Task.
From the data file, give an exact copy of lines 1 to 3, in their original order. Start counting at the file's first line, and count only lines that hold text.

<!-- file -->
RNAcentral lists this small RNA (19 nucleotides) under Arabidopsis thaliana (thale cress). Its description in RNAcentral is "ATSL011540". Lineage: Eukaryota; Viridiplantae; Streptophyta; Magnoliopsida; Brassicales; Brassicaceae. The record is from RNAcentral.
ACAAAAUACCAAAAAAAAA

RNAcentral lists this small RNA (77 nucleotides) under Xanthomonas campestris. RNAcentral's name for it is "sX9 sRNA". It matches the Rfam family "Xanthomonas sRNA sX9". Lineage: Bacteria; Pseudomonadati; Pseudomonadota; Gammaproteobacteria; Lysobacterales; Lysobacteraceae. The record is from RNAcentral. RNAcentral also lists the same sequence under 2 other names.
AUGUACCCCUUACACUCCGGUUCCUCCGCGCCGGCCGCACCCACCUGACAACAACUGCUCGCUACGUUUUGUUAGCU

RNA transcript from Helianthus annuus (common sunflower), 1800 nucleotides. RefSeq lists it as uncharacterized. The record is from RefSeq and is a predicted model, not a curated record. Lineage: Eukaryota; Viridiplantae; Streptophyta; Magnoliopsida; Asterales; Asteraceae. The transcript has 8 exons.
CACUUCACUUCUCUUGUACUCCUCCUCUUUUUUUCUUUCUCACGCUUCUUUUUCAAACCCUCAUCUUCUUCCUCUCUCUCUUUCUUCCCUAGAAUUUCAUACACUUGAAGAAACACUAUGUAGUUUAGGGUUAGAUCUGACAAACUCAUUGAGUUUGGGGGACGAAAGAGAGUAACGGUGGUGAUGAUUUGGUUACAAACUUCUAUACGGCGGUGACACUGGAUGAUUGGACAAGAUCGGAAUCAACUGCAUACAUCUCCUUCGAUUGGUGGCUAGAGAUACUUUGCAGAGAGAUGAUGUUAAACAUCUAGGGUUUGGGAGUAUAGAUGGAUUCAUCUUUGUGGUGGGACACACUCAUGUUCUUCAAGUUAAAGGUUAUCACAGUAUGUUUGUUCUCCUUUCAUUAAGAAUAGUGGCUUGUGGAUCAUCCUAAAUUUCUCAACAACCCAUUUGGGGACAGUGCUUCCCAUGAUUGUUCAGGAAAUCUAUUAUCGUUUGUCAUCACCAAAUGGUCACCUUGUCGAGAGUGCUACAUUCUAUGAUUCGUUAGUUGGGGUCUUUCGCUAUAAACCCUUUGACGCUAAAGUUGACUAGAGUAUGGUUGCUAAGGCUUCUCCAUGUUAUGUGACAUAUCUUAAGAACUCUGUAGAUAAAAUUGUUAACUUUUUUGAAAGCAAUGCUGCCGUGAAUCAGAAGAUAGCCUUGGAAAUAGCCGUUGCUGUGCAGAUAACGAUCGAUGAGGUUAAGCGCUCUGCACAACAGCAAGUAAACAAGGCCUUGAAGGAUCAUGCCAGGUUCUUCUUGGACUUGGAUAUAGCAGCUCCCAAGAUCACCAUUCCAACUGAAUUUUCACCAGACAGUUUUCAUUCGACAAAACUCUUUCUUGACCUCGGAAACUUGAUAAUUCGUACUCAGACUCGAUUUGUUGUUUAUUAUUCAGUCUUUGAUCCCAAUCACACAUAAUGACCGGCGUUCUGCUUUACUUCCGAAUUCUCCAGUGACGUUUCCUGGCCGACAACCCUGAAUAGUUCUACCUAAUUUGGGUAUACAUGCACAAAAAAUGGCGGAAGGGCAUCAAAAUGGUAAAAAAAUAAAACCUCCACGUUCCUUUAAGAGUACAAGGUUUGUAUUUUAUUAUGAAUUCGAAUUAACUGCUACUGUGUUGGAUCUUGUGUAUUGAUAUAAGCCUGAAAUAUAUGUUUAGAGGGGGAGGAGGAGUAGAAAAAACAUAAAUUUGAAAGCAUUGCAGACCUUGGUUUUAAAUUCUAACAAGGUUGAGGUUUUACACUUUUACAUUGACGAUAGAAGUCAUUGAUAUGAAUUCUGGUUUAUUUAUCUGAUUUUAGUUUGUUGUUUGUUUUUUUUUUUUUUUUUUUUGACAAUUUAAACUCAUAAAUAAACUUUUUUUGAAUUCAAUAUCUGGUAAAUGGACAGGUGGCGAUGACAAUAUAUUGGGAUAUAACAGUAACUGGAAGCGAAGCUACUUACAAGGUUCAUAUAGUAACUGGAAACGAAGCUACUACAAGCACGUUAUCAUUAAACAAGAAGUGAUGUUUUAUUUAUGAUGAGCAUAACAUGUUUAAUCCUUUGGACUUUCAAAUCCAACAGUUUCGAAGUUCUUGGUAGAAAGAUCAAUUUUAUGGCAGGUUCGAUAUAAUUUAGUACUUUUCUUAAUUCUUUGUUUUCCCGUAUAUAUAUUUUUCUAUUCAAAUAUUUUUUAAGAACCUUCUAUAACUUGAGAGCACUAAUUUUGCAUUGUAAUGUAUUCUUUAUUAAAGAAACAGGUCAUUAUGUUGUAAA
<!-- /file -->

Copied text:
RNAcentral lists this small RNA (19 nucleotides) under Arabidopsis thaliana (thale cress). Its description in RNAcentral is "ATSL011540". Lineage: Eukaryota; Viridiplantae; Streptophyta; Magnoliopsida; Brassicales; Brassicaceae. The record is from RNAcentral.
ACAAAAUACCAAAAAAAAA

RNAcentral lists this small RNA (77 nucleotides) under Xanthomonas campestris. RNAcentral's name for it is "sX9 sRNA". It matches the Rfam family "Xanthomonas sRNA sX9". Lineage: Bacteria; Pseudomonadati; Pseudomonadota; Gammaproteobacteria; Lysobacterales; Lysobacteraceae. The record is from RNAcentral. RNAcentral also lists the same sequence under 2 other names.